Susanne Moodie (née Strickland) was born in 1803 in Bungay, Suffold, England, the last of six sisters, including Catherine Parr-Traill. Like her other sister, Susanna began to write at an early age. She was especially attracted to historical figures that she believed to be misunderstood. She wrote and published at least seven didactic stories for children while in England, as well as contributing poems, short stories and articles to various collections and journals. She was also introduced to the injustices of slavery by fellow poet Thomas Pringle, and produced pamphlets describing the lives and sufferings of two Caribbean female salves.
In 1830, Susanna met Lt. John Wedderburn Dunbar Moodie. They married in 1831, and after their first child was born, they decided to emigrate to Canada in 1832. There they settled in Upper Canada (Ontario) on a half-cleared farm. But bad investments lead them to sell the farm and move into the "bush," where they stayed until her husband became sheriff of the newly formed county of Hastings.
During this time, in order to make ends meet, Susanna began publishing in local journals and ladies’ magazines. Her best-known book is Roughing it in the Bush; or, Life in Canada, published in two volumes in 1852 and it’s sequel Life in the clearings versus the bush, 1853. Both books chronicle her and her family’s trials and challenges faced as they tried to make a life for themselves in Canada. With honesty, humor and sometimes bitterness, Susanna describes her new life in Canada, and her difficulty of adapting to a new country. The book inspired Margaret Atwood to write a collection of poetry titled The Journals of Susanne Moodie.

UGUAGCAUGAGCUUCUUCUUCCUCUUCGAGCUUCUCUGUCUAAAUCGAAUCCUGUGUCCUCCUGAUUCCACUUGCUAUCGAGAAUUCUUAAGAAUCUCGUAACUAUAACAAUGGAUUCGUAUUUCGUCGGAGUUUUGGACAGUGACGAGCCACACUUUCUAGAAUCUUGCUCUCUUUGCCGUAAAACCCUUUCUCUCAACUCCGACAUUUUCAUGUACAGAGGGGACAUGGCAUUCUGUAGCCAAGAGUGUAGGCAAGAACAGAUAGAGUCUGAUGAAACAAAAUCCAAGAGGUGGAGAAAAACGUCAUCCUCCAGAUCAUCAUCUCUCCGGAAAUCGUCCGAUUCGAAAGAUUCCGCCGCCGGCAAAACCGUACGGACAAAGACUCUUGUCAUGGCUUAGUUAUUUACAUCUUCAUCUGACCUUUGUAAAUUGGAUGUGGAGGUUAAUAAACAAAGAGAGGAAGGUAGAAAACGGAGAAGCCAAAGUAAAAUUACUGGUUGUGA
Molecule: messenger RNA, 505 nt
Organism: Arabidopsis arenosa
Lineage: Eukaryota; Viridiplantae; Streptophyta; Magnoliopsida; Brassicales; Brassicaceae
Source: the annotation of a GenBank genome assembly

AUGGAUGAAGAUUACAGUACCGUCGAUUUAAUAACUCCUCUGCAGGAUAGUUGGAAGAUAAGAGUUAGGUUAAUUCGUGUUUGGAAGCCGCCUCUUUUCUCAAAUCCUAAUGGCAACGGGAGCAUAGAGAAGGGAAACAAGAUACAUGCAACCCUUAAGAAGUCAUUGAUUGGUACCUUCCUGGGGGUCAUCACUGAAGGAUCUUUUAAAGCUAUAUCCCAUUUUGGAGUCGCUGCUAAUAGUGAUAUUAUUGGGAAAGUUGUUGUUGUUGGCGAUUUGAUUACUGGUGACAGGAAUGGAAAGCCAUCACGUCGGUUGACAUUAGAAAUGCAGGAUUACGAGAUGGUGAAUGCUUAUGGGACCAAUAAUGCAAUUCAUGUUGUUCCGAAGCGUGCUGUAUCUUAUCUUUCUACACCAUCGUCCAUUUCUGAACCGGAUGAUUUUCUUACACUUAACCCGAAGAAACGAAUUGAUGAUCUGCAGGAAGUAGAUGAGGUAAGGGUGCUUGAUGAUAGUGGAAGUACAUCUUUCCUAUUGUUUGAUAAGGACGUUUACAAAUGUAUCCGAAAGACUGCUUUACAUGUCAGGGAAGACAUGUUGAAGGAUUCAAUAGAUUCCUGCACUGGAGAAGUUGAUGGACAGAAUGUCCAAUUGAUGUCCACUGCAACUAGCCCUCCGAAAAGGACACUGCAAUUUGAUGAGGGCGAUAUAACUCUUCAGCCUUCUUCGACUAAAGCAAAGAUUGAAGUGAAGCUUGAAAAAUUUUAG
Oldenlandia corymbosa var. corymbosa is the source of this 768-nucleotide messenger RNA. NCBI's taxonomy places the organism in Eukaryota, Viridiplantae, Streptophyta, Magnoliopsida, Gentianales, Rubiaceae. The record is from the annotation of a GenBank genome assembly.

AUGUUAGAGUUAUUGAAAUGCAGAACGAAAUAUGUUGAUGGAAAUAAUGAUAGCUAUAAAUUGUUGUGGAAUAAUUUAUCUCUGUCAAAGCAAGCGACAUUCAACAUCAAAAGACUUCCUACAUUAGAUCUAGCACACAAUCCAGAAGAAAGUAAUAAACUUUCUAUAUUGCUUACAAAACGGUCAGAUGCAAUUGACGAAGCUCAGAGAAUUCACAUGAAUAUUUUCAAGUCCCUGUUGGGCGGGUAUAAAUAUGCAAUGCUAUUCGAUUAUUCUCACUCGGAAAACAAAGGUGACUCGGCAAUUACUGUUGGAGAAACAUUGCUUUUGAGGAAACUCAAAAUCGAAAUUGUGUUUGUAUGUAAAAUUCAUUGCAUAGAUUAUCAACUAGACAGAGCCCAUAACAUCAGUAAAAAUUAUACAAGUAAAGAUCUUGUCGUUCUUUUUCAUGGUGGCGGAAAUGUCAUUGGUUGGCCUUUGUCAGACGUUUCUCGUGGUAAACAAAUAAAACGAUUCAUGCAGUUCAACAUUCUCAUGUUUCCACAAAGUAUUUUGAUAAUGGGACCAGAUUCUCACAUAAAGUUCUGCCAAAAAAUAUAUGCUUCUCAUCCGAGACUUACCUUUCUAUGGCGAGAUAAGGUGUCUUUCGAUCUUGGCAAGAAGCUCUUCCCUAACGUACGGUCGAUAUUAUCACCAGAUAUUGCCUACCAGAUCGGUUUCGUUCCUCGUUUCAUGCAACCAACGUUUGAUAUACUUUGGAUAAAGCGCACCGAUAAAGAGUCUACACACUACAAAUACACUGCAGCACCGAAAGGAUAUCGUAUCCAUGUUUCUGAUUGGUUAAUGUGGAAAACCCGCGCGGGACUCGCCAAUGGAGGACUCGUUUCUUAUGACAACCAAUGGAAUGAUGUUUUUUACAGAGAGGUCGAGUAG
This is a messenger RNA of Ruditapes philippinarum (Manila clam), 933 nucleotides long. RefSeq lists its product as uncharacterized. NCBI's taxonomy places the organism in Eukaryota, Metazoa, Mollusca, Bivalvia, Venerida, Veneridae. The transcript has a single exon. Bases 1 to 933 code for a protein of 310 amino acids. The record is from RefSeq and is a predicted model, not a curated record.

Susanna continued to write long, Gothic novels, and after her husband died in 1869, she lived with her children’s families, turning away from writing. She instead focused on painting, which she taught her daughter Agnes, who went on to illustrate Catherine Parr-Traill’s books on Canadian wildflowers. During her last year, she was bedridden, suffering from what her sister called "brain fever." Susanna Moodie died in 1885 at the home of her eldest daughter, Katie Vickers. (Lee Skallerup )
Updated February 12 2015 by Student & Academic Services